“We’ve really turned a deaf ear to people who have been calling for police reform, and this was just the icing on the cake,” Anthony told 12 News in explaining her no vote.

Councilwoman Nirva LaFortune, who is not a member of the Finance Committee, also spoke against the increase in police funding at the meeting. She said she has received hundreds of emails asking the city to reform policing.

“It just seems imprudent to allocate those additional funds to the Police Department,” LaFortune said. “At this point we’re not listening to the community.”

But Narducci said he felt the police recruitment money is necessary.

“If anybody can think that we have enough police officers in the city of Providence, maybe they need to listen to news better,” Narducci said. “We can’t spend enough money on the Police Department.”

He noted that the city could lose a number of officers to retirement in the coming year, and some of the 50 officers in the current academy could fail to graduate.

The council opted to send $130 million to the school department, about $5 million less than Elorza proposed and $9 million less than the state-controlled school department claims it is entitled to under a state law known as the Crowley Act.

City officials have been in an ongoing disagreement with the school department over how much money it must provide to the schools that are no longer under municipal control. (The school department also receives hundreds of millions in state and federal funds.)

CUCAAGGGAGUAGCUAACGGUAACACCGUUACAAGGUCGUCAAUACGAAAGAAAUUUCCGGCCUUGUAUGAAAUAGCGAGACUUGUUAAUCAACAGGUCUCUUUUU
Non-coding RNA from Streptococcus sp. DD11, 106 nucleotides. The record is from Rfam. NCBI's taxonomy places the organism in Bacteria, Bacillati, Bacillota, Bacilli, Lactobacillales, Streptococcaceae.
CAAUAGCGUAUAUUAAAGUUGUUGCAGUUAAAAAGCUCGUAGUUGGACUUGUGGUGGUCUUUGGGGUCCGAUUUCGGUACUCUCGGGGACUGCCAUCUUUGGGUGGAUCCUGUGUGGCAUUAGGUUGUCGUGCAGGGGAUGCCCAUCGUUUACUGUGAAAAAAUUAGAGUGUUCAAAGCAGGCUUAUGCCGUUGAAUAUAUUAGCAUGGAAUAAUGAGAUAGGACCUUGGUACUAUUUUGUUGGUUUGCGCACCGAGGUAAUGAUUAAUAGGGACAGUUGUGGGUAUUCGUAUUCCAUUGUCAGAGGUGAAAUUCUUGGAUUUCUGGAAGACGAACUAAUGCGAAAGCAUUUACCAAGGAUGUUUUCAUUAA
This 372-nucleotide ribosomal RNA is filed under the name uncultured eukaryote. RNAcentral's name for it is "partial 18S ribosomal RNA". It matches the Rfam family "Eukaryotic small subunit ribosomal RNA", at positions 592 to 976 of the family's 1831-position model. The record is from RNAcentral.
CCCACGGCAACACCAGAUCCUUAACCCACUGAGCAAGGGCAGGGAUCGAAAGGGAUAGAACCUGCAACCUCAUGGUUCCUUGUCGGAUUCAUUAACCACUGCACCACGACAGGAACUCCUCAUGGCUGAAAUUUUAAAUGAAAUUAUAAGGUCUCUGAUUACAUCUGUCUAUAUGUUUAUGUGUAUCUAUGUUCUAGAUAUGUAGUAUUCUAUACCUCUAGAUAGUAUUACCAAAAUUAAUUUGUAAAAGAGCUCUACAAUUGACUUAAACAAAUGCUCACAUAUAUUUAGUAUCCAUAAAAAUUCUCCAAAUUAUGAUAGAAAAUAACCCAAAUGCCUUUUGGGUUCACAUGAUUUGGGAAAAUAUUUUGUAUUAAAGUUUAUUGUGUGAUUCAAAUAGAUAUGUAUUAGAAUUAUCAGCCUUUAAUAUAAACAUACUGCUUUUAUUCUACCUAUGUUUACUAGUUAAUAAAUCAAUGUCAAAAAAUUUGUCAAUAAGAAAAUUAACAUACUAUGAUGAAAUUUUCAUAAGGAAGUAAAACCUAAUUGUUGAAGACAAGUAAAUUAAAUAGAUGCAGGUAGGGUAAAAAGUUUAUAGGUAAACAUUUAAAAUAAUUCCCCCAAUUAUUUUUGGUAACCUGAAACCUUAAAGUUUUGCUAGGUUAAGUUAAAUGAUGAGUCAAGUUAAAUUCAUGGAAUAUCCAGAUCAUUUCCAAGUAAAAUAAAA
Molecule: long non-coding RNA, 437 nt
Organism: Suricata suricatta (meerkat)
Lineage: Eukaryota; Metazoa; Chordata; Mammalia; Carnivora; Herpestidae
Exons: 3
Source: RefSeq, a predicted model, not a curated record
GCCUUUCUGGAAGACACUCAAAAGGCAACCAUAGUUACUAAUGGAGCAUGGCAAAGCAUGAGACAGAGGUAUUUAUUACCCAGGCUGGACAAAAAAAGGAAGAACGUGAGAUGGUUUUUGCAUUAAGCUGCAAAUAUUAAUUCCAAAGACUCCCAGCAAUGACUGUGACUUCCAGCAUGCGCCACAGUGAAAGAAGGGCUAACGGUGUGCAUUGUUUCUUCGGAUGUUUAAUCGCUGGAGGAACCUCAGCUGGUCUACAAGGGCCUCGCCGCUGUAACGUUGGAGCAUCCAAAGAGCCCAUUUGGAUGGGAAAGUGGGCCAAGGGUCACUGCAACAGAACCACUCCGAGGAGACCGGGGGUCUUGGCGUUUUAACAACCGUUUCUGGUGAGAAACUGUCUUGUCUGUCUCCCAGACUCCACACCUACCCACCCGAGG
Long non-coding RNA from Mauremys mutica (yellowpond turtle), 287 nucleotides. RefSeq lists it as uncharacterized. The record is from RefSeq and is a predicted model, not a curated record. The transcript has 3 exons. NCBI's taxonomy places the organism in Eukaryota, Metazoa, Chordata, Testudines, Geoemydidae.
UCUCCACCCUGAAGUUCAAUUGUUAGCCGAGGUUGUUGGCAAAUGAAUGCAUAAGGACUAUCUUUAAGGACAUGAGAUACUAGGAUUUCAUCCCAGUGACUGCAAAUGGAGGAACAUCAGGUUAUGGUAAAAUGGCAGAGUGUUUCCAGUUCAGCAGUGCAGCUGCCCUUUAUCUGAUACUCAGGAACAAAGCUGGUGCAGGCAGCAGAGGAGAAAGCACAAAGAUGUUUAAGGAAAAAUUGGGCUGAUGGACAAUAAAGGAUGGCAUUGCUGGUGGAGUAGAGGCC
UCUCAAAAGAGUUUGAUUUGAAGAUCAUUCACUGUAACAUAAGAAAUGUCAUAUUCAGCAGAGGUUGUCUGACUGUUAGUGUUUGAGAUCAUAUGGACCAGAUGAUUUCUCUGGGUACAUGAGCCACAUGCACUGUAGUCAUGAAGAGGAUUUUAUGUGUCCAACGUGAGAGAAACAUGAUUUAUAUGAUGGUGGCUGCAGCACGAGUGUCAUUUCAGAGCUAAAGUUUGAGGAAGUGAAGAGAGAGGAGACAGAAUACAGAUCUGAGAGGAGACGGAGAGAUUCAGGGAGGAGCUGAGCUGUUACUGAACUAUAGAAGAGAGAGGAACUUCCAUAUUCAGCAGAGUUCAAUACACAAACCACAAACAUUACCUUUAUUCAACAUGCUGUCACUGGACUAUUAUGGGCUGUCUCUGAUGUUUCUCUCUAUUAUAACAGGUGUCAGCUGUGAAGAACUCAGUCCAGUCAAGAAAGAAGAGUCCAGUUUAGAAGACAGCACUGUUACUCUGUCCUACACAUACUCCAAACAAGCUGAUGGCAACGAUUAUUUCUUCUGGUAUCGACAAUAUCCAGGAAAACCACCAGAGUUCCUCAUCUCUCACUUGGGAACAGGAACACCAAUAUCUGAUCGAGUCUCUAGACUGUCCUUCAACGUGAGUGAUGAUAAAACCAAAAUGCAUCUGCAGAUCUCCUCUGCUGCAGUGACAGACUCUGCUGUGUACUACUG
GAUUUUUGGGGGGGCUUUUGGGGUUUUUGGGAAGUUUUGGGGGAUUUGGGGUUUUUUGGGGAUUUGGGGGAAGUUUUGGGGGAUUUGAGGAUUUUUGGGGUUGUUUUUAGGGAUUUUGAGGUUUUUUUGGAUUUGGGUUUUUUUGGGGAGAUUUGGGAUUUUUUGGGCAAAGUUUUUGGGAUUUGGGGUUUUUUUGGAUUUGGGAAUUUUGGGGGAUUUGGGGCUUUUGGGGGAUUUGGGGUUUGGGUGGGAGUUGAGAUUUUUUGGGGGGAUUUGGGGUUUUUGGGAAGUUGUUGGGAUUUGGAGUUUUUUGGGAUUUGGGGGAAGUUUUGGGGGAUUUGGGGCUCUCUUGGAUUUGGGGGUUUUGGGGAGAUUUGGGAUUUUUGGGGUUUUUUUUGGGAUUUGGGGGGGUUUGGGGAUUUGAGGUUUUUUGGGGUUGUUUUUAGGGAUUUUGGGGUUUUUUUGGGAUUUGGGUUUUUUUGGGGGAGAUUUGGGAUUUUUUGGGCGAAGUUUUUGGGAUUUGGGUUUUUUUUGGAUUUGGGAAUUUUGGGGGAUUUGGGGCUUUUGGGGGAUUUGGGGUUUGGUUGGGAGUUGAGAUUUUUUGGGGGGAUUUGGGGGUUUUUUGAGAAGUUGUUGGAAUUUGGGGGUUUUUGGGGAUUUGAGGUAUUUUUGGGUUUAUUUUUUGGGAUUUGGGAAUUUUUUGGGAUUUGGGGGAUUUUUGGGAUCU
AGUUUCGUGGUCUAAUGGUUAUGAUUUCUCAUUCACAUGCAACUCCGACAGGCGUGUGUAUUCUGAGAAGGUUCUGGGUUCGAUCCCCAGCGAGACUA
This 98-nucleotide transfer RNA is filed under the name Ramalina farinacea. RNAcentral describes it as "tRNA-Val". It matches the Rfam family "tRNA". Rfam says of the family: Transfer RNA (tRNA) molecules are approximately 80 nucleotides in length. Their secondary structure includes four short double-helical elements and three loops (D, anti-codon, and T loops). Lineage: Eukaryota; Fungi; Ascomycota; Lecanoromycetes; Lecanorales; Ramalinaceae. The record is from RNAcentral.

While the school department contends the city must increase its appropriation by the same percentage as state aid increases, city officials have pointed out that the schools ran a surplus last year. At Tuesday night’s meeting, Mancini read a section of the city charter that says surplus money from the school department must be returned to the general fund.

Theresa Agonia, a spokesperson for Elorza, said negotiations are still ongoing with the school department over its funding. A spokesperson for the school department did not immediately respond to a request for comment on the budget reduction.

In the meantime, Mancini said the nearly $5 million removed from the school appropriation line item was added to debt service instead.

The spending plan also creates a new city Department of Equity, Inclusion and Belonging; funds a pilot program to divert certain calls away from police; and includes pay raises for both union and non-union employees.

Other changes from Elorza’s original proposal include additional salary increases for employees of the Department of Inspections and Standards to “attract and retain licensed personnel,” according to Mancini, and $10,000 to pay for concessions and supplies for the Movies in the Park program.

“In a very difficult environment filled with uncertainty and the continued impacts of the COVID-19 pandemic, I am thankful to have worked collaboratively with my colleagues on the Finance Committee and the Elorza administration to pass a city budget that invests in our recovery and key city services, while holding the line of property taxes,” said Ryan, the finance chair, in a statement after the vote.

The full council’s next scheduled meeting is July 15, though a special meeting could be called before then to consider the budget.

Steph Machado (smachado@wpri.com) covers Providence, politics and more for WPRI 12. Connect with her on Twitter and on Facebook